With its shimmering colors and its chibi armor, Möbius Front '83 looks like a good-natured tactical game. MF'83 is based on extensive military research: equipment, jargon, ranks, documents, everything is there. The game wants to be faithful to a specific military doctrine and risks shaking up the habits of some players. Our tanks fi...
Möbius Front '83
- May 31, 2021
With its shimmering colors and its chibi armor, Möbius Front '83 looks like a good-natured tactical game. MF'83 is based on extensive military research: equipment, jargon, ranks, documents, everything is there.
The game wants to be faithful to a specific military doctrine and risks shaking up the habits of some players. Our tanks find themselves in a delicate position: their status on the battlefield is threatened by the proliferation of ATGMs and their countermeasures are not yet fully developed, making them as valuable as they are fragile.
This disconcerting opposition between form and content is not the only dissonance that haunts MF'83. If the story tries to bring us closer to the troops, interspersing the missions with small scenes depicting their daily life and their moods, the gameplay is the opposite: anonymous units are sent to the slaughter without the slightest repercussion, either on the narrative or the following battles.
The turn-based tactics at the heart of the game are surprisingly rigid in their mechanics but paradoxically quite random in their resolution. For each mission, our choice of unit is strictly limited, both in its diversity and in the number of points to spend. Our units are allowed one move or action per turn, and although some actions can be performed after a move, the order is inflexible. If you perform an action you will not be able to move the unit again. Similarly, a move, no matter how long, consume the entire turn, whether you have moved one square or six. While this system may seem austere, it has the great advantage of avoiding analysis paralysis and making the sequence of turns fluid.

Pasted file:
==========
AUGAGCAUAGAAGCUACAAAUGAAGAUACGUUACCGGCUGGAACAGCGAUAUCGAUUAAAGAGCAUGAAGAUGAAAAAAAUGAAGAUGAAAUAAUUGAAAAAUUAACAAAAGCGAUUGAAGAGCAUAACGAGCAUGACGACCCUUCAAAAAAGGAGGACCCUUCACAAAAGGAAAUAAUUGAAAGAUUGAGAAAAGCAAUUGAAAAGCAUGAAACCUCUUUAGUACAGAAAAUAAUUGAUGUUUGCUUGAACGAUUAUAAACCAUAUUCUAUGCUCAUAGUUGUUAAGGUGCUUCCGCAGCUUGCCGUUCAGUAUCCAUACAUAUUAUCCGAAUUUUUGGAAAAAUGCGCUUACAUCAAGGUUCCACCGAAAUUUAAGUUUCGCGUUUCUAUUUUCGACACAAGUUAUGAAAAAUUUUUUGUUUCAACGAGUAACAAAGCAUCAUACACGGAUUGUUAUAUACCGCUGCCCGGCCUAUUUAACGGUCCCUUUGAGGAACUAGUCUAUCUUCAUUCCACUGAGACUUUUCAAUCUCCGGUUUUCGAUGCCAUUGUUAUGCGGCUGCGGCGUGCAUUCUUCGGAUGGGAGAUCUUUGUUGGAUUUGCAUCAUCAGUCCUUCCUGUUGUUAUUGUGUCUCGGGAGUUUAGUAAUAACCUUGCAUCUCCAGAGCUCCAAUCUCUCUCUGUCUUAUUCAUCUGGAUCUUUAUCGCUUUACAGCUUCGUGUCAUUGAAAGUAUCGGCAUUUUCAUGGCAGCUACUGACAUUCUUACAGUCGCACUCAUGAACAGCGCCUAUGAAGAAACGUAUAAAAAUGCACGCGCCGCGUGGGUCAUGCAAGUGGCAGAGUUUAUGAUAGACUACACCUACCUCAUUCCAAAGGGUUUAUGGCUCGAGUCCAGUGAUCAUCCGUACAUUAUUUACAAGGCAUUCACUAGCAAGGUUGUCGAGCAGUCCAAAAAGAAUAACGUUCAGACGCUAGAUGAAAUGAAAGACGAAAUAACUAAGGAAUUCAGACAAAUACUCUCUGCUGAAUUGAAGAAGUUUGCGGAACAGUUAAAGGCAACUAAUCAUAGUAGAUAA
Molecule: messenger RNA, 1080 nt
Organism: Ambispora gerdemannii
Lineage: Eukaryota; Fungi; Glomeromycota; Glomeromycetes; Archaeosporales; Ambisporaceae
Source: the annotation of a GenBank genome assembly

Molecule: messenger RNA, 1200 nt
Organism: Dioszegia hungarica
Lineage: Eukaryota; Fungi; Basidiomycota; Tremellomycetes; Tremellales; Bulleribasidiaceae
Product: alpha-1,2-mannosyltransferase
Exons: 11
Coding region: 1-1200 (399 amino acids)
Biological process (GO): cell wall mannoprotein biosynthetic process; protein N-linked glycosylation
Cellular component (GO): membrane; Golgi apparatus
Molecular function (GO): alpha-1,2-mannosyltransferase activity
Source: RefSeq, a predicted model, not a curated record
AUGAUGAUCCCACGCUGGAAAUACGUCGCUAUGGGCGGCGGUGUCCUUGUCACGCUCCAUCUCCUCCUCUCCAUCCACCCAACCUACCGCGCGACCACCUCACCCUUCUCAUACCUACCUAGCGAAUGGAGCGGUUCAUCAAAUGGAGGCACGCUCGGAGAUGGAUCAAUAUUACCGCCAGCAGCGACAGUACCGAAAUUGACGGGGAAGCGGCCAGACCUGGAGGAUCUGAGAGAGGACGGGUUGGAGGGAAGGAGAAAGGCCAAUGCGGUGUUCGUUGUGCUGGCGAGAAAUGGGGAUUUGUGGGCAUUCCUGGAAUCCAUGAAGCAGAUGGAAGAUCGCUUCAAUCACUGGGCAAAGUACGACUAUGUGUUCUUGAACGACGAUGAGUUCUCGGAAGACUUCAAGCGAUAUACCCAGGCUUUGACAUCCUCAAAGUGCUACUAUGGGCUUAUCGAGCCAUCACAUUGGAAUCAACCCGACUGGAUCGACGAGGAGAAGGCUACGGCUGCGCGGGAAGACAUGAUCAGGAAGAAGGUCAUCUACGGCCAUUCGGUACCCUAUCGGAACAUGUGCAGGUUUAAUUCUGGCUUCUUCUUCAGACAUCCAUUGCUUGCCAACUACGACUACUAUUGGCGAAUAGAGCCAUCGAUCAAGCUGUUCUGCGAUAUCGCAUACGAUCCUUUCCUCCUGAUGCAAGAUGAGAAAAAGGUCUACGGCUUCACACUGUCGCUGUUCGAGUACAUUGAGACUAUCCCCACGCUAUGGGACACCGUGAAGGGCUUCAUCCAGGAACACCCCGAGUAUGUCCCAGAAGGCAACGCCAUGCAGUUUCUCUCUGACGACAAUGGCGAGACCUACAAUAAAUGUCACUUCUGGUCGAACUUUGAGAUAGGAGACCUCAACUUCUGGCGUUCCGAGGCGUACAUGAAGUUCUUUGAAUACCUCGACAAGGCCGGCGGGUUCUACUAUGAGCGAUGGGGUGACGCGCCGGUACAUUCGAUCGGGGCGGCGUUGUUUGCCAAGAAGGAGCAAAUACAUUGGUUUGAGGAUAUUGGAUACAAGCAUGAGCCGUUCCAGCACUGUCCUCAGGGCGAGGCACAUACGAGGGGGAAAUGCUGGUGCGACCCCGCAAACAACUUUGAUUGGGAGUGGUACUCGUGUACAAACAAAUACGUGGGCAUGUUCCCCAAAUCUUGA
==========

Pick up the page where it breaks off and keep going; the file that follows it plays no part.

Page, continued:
As carefully as you prepare your offensive, its result will remain relatively unpredictable, as the game makes copious use of randomness for the calculation of damage, the damage range sometimes going from simple to triple. If I am personally rather cool with the mechanics, preferring pure determinism, randomness has its aficionados and we finally find ourselves quite close to the spirit proposed by some board games.
The game is accompanied by a new solitaire game using a 52 card deck from the US army. This one was distributed to the troops to help them memorize the different military aircraft. As for the open puzzles, they are only present. If learning them by serendipity is a good idea, they are unfortunately too few and far too easy. The campaign takes about 30 hours to complete.
Singular in its approach, Möbius Front '83 creates its niche in the small world of turn-based games. If its peculiarities can be disturbing at first, one quickly gets attached to it and gets a taste for it.